I set up "word verification" so that someone would have to type in those goofy letters in order to comment on my posts. This is supposed to avoid spam.

You can create a list of people who will automatically receive your posts. Some sites to investigate: . Technorati and Squidoo also sound interesting. I also signed up for a blogroll and heard nothing back from that site. I tried to sign up for a service called "Hello" that makes it easier to put photos on a blog, but the service kept rejecting me.

To find law-related blogs, I used the search function on and looked for "copyright law" - a topic of interest to me. Lots of interesting posts.

I managed to learn enough HTML code to modfiy my template. I put links in to the New York County Lawyers' Association, to the Federal Bar Association to the Copyright Society of the USA.

I figured out how to put a photograph of myself in the profile. I put the file on my first post by hitting the "Add Image" button that appears at the top of the Create Post template. Then, on the image, I right-clicked and hit properties, which gave me the URL of where my photo is on the web. I then cut and pasted the link into my profile section and the photograph appeared.

This system can be used to take photographs from anywhere on the web. Just now, I went to The Trademark Blog and took an image from Marty Schwimmer's blog without asking.
It appears above. Serendipitously, New York Magazine came out with a cover story titled Blogs to Riches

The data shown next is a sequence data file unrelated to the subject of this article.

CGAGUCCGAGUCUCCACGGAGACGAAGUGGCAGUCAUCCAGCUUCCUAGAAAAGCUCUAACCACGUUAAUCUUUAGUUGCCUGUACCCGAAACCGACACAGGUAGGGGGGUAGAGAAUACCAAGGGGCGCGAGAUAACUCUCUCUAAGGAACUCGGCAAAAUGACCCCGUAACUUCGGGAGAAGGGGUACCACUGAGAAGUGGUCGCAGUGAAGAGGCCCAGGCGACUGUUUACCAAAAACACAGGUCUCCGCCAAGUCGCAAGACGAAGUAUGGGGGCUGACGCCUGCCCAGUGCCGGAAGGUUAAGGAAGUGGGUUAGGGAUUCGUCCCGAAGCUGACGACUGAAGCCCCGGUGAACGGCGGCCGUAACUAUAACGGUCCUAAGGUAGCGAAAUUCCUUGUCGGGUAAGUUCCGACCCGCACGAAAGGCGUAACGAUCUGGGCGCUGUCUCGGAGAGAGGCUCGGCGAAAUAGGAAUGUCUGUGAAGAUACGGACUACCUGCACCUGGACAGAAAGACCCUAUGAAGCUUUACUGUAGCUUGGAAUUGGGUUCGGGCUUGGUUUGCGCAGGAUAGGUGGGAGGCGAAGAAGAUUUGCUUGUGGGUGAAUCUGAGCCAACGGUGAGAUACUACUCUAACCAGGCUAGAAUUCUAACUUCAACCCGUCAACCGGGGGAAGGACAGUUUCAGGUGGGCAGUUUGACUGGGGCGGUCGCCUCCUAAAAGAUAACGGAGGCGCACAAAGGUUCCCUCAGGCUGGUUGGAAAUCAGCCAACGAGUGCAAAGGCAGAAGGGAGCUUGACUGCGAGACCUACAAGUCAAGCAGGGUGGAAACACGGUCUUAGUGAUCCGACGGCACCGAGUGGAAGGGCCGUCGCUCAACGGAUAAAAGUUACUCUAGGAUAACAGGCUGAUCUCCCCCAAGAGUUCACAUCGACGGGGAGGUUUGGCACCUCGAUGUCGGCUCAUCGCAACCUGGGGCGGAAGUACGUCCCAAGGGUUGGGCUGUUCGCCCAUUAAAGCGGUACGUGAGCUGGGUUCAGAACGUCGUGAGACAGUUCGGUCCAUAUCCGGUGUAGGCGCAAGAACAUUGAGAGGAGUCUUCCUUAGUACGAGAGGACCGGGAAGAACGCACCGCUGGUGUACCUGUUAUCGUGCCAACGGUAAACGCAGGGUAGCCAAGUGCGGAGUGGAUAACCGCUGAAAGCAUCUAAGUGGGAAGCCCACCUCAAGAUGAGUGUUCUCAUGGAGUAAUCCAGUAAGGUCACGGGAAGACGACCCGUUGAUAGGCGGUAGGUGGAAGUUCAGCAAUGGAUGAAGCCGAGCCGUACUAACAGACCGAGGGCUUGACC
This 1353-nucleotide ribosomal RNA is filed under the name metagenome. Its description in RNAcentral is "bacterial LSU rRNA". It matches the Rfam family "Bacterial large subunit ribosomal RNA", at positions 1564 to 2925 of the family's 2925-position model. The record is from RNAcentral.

Sunday, February 12, 2006

Posting an Audio Recording To a Blog & Testing Links

To create the previous audiopost, I went to and it took only a few minutes to set up my account. To make an audio post, I had to call a number in San Francisco (415) area code, then enter a PIN that I had preselected. It was so easy to do that I thought I'd made an error.

It doesn't appear that you can select an audio file the way that you can just select a photograph from your computer (unless I am missing something). I don't know why not.

For my audiopost (made late last night during a New York City blizzard) I chose to read a motion that I made on behalf of the Federal Bar Association, the New York County Lawyers' Association the New York City Bar to the Second Circuit on November 15, 2005 to admit over a hundred new members to the court. It was the first time that the court ever had a swearing in ceremony.

Reading the document over the telephone was a bit awkward. Like an answering machine, I was given the opportunity to rerecord it, review it or delete it before posting it. I would think that you'd in most instances prefer to post a better quality audio file that you had a chance to edit. It's an interesting novelty, but I'm not sure of the use for lawyers. Perhaps in a future column on podcasting, I'll figure out why posting pre-recorded audio files is not possible.